A wonderful interview — and having grown up in a family riddled with alcoholism, I know only too well what a powerful affect it has on how life is approached. It’s clear from this post how far you’ve come, so your book must be absolutely amazing, Michelle! Thanks for this post, Leah!

  4. January 16, 2012 4:56 am

    Nice interview! Sounds like a lovely read. And inspired about the self-publishing boost.

  5. Lena permalink
    January 16, 2012 5:24 am

    Wow! I love the title and subtitle.. very gripping, sad, yet hopeful that such a talented girl rose from this and is succeeding with her own family. Just goes to show that even the toughest circumstance don’t turn all of us into the featured cast of America’s Most Wanted! Kudos to Michelle for writing and thriving (and self publishing — wow!) and thanks for turning me on to another blog Leah!

  6. January 16, 2012 5:26 am

    Thanks for the opportunity!

  7. January 16, 2012 6:50 am

    Thanks for yet another introduction to an interesting writer and blogger. I love how she started fighting her demons by actually fighting when she took those self-defense classes. It’s not a typical feminine response, but it seems like it opened the door for other ways to heal. A good lesson.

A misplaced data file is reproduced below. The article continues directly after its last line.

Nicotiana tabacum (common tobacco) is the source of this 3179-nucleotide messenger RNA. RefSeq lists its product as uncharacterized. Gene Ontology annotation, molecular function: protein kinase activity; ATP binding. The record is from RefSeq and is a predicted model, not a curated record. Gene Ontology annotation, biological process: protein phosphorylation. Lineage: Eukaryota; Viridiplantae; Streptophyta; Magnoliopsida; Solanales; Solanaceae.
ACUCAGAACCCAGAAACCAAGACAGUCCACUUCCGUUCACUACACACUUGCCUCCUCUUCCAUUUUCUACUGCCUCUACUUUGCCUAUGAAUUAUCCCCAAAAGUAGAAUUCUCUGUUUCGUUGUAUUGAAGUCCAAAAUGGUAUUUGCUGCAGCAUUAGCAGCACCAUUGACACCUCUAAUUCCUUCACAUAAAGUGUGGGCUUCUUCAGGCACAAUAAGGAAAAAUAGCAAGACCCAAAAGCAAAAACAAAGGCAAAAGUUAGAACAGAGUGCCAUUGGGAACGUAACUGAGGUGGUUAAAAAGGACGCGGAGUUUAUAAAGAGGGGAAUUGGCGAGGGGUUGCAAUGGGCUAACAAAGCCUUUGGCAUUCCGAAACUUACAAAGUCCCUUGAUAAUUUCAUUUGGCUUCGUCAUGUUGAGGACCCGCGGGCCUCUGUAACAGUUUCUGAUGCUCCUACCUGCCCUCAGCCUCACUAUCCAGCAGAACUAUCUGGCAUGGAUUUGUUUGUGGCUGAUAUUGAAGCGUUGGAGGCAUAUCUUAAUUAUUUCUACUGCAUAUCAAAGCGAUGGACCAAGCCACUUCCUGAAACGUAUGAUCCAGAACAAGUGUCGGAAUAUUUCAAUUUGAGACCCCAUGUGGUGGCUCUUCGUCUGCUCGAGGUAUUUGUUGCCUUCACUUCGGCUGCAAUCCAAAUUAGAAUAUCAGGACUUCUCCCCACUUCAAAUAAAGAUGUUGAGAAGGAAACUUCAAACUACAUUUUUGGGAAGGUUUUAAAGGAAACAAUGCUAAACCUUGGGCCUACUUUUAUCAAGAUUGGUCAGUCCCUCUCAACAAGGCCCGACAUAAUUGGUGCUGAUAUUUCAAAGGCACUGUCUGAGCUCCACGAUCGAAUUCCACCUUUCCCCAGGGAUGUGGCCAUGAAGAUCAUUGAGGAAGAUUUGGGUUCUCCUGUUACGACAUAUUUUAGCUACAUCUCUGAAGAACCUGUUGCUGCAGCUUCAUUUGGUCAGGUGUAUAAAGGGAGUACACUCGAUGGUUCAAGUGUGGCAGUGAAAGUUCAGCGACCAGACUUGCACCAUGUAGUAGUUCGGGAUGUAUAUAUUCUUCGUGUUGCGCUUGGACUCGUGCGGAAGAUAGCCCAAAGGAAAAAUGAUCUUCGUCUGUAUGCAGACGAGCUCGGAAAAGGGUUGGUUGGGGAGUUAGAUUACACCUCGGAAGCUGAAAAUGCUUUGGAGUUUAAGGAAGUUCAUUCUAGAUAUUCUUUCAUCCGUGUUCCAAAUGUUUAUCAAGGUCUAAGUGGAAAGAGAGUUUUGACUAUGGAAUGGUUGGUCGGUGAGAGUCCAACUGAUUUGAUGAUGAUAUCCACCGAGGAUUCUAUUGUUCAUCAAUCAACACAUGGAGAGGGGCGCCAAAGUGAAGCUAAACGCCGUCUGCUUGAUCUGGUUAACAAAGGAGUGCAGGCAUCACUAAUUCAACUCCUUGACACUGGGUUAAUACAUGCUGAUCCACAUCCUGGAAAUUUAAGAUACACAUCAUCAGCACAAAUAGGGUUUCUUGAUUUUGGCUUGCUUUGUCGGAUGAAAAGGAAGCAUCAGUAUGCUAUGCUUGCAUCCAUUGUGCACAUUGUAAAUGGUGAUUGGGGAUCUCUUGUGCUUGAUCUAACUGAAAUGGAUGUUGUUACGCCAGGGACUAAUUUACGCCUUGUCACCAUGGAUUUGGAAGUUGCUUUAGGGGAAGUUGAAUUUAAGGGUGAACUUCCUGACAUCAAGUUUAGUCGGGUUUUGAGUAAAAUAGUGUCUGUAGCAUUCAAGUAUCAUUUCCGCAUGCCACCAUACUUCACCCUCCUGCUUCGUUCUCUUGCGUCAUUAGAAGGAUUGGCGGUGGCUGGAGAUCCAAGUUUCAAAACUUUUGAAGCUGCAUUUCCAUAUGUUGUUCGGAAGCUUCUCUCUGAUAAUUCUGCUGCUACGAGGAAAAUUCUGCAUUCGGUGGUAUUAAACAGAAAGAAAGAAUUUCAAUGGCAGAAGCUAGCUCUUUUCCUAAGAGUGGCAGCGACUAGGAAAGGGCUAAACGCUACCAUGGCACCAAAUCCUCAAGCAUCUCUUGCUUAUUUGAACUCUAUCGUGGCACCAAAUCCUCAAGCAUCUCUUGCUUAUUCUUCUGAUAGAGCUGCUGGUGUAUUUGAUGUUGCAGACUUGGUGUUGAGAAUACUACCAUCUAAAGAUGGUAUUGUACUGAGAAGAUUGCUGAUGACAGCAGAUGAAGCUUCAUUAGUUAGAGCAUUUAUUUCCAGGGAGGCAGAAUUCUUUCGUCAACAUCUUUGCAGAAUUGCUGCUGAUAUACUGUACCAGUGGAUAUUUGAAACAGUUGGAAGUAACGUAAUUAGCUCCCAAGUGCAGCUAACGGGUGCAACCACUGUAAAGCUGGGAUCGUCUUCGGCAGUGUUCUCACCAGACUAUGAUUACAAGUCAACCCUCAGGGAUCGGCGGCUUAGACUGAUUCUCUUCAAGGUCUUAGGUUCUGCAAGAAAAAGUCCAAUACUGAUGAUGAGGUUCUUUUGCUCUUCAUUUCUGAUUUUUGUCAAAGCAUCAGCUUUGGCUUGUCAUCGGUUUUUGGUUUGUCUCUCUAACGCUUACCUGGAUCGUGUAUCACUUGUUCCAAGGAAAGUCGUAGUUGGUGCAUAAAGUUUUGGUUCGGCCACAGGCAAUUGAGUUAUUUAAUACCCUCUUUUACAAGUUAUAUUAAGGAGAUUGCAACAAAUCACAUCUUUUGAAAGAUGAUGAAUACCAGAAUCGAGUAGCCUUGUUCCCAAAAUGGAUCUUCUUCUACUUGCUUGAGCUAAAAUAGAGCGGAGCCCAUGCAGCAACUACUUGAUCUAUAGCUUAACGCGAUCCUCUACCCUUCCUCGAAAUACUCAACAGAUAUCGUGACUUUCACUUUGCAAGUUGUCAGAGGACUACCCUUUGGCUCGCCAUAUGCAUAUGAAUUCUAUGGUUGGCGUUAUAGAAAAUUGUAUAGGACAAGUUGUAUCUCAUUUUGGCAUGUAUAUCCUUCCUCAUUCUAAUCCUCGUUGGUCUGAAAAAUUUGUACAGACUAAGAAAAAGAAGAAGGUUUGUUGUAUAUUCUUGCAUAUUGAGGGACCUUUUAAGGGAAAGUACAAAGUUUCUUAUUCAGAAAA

8. January 16, 2012 7:09 am

    Wow, this lady sounds amazing! I would love to win a copy of her book for a friend of mine who often rescued her father from bars in Florida growing up. Awesome post Leah.

  9. January 16, 2012 7:29 am

    Thanks, Leah, for a wonderful interview. What courage it took for Michelle to write this book and provide this gift to so many others who suffer the same family circumstances.

  10. January 16, 2012 7:44 am